6. Measure, Measure, Measure.There’s a great deal of discussion on the web right now aboutmeasurement of ROI in social media. Rather than tryingto find elusive metrics on how to measure your interactions on thesesites, focus on ways to measure the effects thatthe relationships you build have on your business.Why this is important:You can’t know if you’re succeeding unless you measure against thegoals you set. If you’re in the position of having to justify or qualifyyour social media endeavours to a boss or a board, measurementis the way that you can outline - in concrete terms - how that timeis being spent and why it’s valuable to your business.How it fits into your plan:It’s likely that you’re already doing some kind of measurement andanalysis of sales, website metrics, trends, or marketing efforts.You can track measurement for social media right alongside. Infact, there are probably measurements you’re already taking that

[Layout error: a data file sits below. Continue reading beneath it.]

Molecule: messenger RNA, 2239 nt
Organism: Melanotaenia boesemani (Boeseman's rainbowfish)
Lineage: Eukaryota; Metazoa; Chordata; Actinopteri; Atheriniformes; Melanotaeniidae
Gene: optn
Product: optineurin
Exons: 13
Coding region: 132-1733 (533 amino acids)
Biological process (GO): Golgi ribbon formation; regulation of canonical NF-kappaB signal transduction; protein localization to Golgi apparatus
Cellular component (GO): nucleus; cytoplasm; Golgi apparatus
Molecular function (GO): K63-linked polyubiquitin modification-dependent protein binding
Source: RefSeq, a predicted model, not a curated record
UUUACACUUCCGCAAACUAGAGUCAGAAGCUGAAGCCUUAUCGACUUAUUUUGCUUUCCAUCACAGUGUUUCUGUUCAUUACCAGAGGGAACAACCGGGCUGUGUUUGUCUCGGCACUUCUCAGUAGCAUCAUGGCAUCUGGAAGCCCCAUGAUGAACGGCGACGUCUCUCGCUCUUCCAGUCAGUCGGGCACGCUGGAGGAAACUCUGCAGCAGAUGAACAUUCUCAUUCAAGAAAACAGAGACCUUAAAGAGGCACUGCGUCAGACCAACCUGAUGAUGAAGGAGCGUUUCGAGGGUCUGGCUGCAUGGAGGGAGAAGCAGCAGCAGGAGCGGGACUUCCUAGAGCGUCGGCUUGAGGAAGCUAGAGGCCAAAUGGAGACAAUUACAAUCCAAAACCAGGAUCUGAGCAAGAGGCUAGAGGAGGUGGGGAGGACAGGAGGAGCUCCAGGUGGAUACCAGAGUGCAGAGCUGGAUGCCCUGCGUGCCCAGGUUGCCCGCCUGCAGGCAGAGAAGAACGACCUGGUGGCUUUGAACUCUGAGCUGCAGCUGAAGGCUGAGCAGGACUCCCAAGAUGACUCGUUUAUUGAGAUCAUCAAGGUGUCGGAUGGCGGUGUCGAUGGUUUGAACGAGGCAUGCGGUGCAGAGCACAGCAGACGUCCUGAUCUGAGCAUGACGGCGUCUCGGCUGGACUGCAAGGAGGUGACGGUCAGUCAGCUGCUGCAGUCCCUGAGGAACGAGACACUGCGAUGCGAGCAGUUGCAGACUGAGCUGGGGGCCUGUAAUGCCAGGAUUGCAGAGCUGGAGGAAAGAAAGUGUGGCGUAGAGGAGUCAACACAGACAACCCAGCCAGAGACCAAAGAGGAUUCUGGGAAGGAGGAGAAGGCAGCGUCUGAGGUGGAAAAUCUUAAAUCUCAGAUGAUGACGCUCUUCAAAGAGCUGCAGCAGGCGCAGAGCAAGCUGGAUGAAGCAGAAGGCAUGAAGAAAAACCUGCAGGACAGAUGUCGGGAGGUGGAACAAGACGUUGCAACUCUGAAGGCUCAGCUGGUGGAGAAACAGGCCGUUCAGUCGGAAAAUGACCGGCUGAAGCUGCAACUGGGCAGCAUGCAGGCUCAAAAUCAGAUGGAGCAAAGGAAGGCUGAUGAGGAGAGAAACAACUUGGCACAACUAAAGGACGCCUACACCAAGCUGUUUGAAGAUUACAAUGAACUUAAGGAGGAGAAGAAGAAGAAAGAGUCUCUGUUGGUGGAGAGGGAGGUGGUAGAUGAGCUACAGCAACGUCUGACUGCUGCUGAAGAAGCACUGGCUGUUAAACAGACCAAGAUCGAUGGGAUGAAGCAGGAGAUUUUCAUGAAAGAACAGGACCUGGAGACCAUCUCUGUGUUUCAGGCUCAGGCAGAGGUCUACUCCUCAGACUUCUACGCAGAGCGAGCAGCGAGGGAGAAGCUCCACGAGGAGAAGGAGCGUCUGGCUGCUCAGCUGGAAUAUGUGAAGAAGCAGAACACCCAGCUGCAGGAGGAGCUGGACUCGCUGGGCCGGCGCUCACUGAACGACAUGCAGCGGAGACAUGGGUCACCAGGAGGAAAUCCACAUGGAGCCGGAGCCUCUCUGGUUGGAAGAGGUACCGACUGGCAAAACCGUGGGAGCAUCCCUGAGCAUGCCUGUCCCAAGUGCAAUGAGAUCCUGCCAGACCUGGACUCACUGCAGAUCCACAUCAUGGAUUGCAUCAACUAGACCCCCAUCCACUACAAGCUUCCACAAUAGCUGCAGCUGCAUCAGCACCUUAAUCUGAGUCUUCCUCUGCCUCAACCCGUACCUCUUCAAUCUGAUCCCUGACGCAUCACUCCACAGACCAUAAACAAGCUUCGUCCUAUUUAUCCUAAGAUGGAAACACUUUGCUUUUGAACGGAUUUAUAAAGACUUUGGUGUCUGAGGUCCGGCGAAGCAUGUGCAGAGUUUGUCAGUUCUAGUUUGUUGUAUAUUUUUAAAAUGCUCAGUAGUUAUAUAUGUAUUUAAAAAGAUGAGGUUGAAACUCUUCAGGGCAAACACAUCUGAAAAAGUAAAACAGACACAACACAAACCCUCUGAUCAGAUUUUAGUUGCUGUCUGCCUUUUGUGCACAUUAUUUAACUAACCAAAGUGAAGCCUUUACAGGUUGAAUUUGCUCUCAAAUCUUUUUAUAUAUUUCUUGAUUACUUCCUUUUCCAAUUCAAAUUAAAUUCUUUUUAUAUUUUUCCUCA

How To Get Started:Put a monthly or quarterly reminder in your calendar to do some reporting and analysisof your social media efforts along with your other endeavours.Over time, consider these elements to measure:• Quantity of brand mentions over time (via your listening posts)• Sentiment/tone/quality of those brand mentions• Share of Conversation• Website Statistics (try Google Analytics - it’s free and powerful)• Blog subscribers and comments• Inbound links to your site or blog• Recommendations and Referrals• Overall customer satisfaction• Increase in number of leads/quality of leads• Mentions in the media, whether online or off• Repeat customers• Bottles of wine you get during the holidays. (I kid. Seeing if you’re still with me.)There are plenty of other qualitative and quantitative measures you can take. You’retrying to gauge the quality of the relationships with your customers and how they driveyour goals in sales and awareness, so focus on metrics that will help you do that.